Dr. Galati is pleased to have David Winston on the program to discuss his

perspectives on the role of spices in health and wellness. It has been shown that spices

have great healing power, and can help lower cholesterol and fight diabetes, cancer, and


David Winston is an Herbalist and Ethnobotanist with over 37 years of training in

Cherokee, Chinese and Western herbal traditions.  He has been in clinical practice for

over 28 years and is an herbal consultant to physicians, herbalists and researchers

throughout the USA and Canada.


Mr. Winston is the founder/director of the Herbal Therapeutics Research Library and the dean of David Winston’s Center for Herbal Studies, a two-year training program in clinical herbal medicine. He is an internationally known lecturer and teaches frequently at medical

schools, symposia and herb conferences.  He is also the president of Herbalist &

Alchemist, Inc. an herbal manufacturing company,


David is a contributing author of American Herbalism, published in 1992 by Crossings Press, the author of Saw Palmetto for Men & Women, Storey, 1999,  the co-author of Herbal Therapies and Supplements; A Scientific and Traditional Approach, Lippincott, 2001, and the author of Herbal Therapeutics, Specific Indications For Herbs & Herbal Formulas, HTRL, 2003. In addition, David is a founding/professional member of the American Herbalist Guild, and he has served three terms on the Board of Directors.



 Melanie Warner from the NY Times, who recently wrote and article on McDonald''s and their attempt to introduce a healthier meal for consumers, will join Dr. Galati on Your Health First this week.

The enormous success of the Dollar Menu, where all items cost $1, has helped stimulate 36 consecutive months of sales growth at stores open at least a year. In three years, revenue has increased by 33 percent and its shares have rocketed 170 percent, a remarkable turnaround for a company that only four years ago seemed to be going nowhere.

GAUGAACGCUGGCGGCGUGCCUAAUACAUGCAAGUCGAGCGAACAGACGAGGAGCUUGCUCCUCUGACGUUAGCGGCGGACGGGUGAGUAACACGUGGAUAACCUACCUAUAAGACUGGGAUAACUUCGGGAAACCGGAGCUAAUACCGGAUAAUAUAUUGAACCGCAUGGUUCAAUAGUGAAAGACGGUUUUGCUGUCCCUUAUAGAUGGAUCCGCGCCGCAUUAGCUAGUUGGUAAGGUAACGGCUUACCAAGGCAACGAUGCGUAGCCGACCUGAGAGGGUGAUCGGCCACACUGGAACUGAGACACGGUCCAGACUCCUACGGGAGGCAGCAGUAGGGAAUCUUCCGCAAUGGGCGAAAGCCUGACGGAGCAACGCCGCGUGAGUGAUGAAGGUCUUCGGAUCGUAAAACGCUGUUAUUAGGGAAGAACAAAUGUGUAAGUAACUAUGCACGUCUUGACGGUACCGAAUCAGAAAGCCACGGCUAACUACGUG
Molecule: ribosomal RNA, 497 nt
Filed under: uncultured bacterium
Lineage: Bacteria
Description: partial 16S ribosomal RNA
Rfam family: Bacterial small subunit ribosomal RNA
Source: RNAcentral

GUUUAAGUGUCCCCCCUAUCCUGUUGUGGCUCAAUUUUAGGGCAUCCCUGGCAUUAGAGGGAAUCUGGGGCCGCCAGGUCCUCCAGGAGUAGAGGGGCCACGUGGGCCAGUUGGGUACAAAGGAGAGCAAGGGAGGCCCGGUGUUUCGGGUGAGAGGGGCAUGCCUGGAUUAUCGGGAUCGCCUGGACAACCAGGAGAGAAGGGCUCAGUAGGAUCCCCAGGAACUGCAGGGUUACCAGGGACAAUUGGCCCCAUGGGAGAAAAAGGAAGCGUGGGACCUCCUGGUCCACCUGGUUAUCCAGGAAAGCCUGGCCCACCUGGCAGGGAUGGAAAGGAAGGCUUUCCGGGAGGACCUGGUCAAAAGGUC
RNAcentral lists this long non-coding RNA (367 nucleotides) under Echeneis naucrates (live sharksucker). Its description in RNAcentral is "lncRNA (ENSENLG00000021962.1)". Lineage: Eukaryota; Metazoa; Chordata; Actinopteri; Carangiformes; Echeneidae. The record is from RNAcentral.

McDonald''s has attracted considerable attention in the last few years for introducing to its menu healthy food items like salads and fruit. Yet its turnaround has come not from greater sales of healthy foods but from selling more fast-food basics, like double cheeseburgers and fried chicken sandwiches, from the Dollar Menu.

While that may have helped many low-income customers save money, there could be a heavy health cost. McDonald''s has marketed the Dollar Menu to teenagers, young adults and minorities who are already plagued with an especially high incidence of  obesity and related health problems like diabetes.

Many nutritionists say fast food is one of the worst things in the American diet, because of its calories, trans fats, lack of fiber and added sugars and processed carbohydrates. "If you''re looking at the Dollar Menu in terms of how much food you get it really appears as a good bargain," said Connie Schneider, a nutrition adviser for Fresno County in California. "But if you''re looking at it as how many nutrients are you getting for a dollar, it''s the least economical."

McDonald''s says it seeks to provide options for its customers, at both low and higher prices. "We''re proud of the choices we offer customers," said Bill Lamar, chief marketing officer for McDonald''s United States business. "You can come in and order Apple Dippers, salads with low-fat dressing, yogurt, or you can order an Egg McMuffin, which is a very nutritious sandwich. People can make the decisions about how to eat for themselves."